I play a very small part in all of this as Awards Chairman for the 19th National Exhibit. But I also entered the show and was juried in with one piece of art, Laeta Acus. I was lucky to get in the show at all. Only half to a third of all work entered was accepted. Thirteen ribbons/prizes were given out by the jurors who went on to judge the show. There were two grand prizes, one for excellence in needlework and one for best contemporary needlework; three jurors' awards--the favorites of the each juror; and nine region awards--the best from nine of the thirteen regions within EGA.

Much to my astonishment and surprise, Laeta Acus won the Rocky Mountain Region Award. So at national I will be recognized as one of the prize winners. But the real Hershey's Kiss came yesterday in the mail. Laeta Acus won one of the Jurors' Awards too. I am thrilled, amazed, and very humbled.

Laeta Acus is a small folded book with twelve pages. All the odd-numbered pages are the story of a little girl, Laeta Acus, learning embroidery from her mother. She completes six samplers in six different counted techniques. The small samplers, all about 2.5" X 4", are on the even-numbered pages. By the way, Laeta Acus means happy needle in Latin.

Tuesday, August 5, 2008

Blackwork First

Blackwork with some counted patterns and some freely worked patterns

"Blackwork: Complete and Unabridged"

A teaching sampler with historic patterns and modern shading techniques.

This sampler was taught at he Embroiderers' Guild of America National Seminar

in Louisville, Ky in 1998.

People ask me what my favorite kind of embroidery is. I do and have done a lot of different techniques. But there is no doubt what my favorite is: blackwork.

When I first started doing embroidery that fateful September in 1976, I began with needlepoint. After I had done a couple pieces of needlepoint I started looking around at other types of needlework. I bought an interesting kit for $12 of The Three Kings. It said it was counted work. The threads were brightly-colored rayons. The outline of the kings were stamped on the evenweave cotton. The robes were done in pattern after counted pattern in complex shapes. I loved it. I didn't know for almost two years that I had been doing blackwork. I still have those three kings tucked in a fat notebook dedicated to blackwork past.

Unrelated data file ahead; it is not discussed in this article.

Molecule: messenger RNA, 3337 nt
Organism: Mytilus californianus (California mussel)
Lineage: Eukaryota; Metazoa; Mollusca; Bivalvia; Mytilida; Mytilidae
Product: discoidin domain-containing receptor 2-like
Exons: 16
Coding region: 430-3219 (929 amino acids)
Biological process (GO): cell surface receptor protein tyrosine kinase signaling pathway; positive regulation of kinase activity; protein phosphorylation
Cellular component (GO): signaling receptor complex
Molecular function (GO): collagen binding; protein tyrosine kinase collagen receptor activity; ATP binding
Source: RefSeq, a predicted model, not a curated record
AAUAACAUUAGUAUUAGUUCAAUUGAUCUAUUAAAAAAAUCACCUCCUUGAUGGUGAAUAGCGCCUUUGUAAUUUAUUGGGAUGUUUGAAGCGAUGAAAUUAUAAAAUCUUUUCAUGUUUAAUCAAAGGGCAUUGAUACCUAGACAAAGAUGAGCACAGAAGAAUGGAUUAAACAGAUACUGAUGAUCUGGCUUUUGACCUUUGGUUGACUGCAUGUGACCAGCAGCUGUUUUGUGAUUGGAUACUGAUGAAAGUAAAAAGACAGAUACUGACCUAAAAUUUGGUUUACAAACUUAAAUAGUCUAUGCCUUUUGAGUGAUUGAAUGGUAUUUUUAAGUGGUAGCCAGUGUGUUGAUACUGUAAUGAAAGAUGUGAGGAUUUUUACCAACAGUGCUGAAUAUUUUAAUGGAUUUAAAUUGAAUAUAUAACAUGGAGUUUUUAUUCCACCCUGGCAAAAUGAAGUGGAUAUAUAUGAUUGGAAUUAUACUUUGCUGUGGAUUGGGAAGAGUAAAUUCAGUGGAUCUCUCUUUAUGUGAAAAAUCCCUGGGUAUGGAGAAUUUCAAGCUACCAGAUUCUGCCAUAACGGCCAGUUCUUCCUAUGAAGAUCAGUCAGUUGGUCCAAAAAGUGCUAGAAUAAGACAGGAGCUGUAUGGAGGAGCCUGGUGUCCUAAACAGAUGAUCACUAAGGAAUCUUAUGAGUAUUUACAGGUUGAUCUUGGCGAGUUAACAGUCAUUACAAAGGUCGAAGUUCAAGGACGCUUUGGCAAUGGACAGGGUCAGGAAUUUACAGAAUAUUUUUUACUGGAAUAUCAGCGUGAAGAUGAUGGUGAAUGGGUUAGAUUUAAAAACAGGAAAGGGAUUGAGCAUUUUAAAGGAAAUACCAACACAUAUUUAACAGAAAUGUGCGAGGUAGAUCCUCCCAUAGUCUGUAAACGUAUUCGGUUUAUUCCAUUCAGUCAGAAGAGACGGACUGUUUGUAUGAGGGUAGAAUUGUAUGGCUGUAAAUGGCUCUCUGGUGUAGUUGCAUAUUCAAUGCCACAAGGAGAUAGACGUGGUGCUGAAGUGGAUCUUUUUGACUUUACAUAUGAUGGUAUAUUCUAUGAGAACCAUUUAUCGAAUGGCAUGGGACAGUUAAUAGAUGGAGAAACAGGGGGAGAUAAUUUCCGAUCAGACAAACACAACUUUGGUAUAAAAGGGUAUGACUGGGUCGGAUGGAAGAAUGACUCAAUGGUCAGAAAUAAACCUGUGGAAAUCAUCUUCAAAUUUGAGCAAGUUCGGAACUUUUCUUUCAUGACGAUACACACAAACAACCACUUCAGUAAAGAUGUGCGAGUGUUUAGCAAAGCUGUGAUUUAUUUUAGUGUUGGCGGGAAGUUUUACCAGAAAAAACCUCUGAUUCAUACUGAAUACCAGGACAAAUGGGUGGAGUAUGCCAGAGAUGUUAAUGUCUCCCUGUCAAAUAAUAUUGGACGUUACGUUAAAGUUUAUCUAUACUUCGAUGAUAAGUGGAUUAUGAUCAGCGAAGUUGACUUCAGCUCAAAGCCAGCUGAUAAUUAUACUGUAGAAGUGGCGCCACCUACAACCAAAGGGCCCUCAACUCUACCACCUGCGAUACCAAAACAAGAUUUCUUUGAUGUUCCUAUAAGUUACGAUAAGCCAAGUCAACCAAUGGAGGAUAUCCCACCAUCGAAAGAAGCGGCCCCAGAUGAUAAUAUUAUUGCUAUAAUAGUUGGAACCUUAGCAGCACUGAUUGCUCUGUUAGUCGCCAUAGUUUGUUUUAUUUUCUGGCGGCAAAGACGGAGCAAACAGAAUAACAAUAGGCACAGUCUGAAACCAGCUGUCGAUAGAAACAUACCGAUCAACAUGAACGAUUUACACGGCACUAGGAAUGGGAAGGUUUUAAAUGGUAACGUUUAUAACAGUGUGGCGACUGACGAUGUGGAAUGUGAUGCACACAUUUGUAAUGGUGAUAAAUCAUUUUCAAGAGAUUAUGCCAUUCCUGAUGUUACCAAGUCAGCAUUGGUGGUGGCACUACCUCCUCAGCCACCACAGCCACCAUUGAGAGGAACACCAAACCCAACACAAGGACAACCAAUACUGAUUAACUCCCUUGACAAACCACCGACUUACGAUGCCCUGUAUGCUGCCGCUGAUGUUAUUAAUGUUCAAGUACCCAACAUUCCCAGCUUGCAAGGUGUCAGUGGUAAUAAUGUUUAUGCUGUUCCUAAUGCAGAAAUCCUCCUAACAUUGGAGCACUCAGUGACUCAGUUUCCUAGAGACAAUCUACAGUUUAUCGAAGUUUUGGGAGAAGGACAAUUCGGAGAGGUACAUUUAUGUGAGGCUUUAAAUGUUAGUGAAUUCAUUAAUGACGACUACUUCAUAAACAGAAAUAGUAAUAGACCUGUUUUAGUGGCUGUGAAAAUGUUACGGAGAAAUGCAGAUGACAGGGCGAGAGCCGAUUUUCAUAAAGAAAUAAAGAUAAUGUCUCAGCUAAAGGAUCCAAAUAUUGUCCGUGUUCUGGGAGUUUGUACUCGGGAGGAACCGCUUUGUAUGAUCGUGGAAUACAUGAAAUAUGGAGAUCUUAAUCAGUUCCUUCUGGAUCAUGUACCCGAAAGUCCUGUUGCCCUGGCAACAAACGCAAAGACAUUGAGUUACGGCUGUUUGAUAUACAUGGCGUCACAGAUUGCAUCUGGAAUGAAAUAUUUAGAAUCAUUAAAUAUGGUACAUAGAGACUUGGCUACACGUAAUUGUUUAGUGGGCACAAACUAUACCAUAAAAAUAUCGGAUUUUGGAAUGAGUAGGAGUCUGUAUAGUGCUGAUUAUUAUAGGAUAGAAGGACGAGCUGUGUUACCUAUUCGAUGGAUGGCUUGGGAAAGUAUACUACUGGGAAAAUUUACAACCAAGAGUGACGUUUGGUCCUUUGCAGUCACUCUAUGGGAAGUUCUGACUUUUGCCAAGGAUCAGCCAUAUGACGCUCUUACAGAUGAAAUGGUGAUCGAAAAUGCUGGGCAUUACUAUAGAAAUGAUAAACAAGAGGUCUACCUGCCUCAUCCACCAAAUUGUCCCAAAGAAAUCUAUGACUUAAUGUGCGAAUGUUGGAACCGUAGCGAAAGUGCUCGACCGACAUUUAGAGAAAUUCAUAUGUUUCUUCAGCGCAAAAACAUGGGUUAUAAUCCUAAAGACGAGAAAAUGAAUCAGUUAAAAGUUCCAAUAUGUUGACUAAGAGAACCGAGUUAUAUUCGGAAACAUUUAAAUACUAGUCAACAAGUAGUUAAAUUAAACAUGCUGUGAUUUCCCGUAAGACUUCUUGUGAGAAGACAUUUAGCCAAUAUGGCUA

Blackwork is an old technique. No one knows how old. It seems to have origins in Spain and North Africa, but that may not be the only place of origin. Chaucer in The Miller's Tale in 1395 mentions blackwork when he describes Alisoun and what she wears.

There is a portrait of Queen Isabel of Spain done in 1494. She is wearing what to our modern eyes is blackwork on her cap and placket. Certainly when her daughter Princess Katherine of Aragon came to England to marry the crown prince of England, Prince Arthur, in 1501 she brought with her Spanish work embroidery, the same sort of embroidery we see on Queen Isabel's portrait.

A century later an inventory was done of Queen Elizabeth's wardrobe, (see Queen Elizabeth's Wardrobe Unlock'd by Janet Arnold) and in it are described clothes done in blackwork and clothes done in Spanish work. Now we have little idea as to the differences. Now we call it all blackwork.

So what is Blackwork? My definition, which may not be the classic definition, is counted patterns that create shading and definition in a composition. That's it. How does an embroiderer create those defining patterns, what we also may call value in blackwork? Well, there are at least eight ways. That is a long explanation that will wait for another entry.

Blackwork is now considered a counted work because of the patterns, but classically, during the time of Elizabeth the First, patterning was only a part of blackwork. And it was not always counted. It was called blackwork because it was black silk threads stitched onto white linen., the same as Spanish work. Even then it was not always black, but also red, green, and blue. It was done with goldwork within it. Take a look at the inventories at the Victoria and Albert Museum in London to see it.

Why is this embroidery my favorite? Because of its complexity, because of its versatility. Because of its elegance. And because, of all the embroidery techniques, it is the closest to graphic art. With blackwork I can draw on the fabric.

Sunday, August 3, 2008

Stella Grace's Legacy

I heard it again yesterday. A woman was looking at some of my embroideries just in passing. She glanced at me, smiled, and said, "Just like my grandmother used to make." I beg your pardon; I cannot help but be a little insulted. I grit my teeth, show my canines in a smiling grimace, and for once keep my mouth shut.

I keep in mind that my work reminds other people of work they have seen in their dim pasts. My own grandmother, her sisters, and my great-grandmother were all stitchers. As far as I know none of them had the passion for embroidery that I do, but I have examples of work from all of them. It is this passing down of work and traditions that keeps the art of embroidery alive.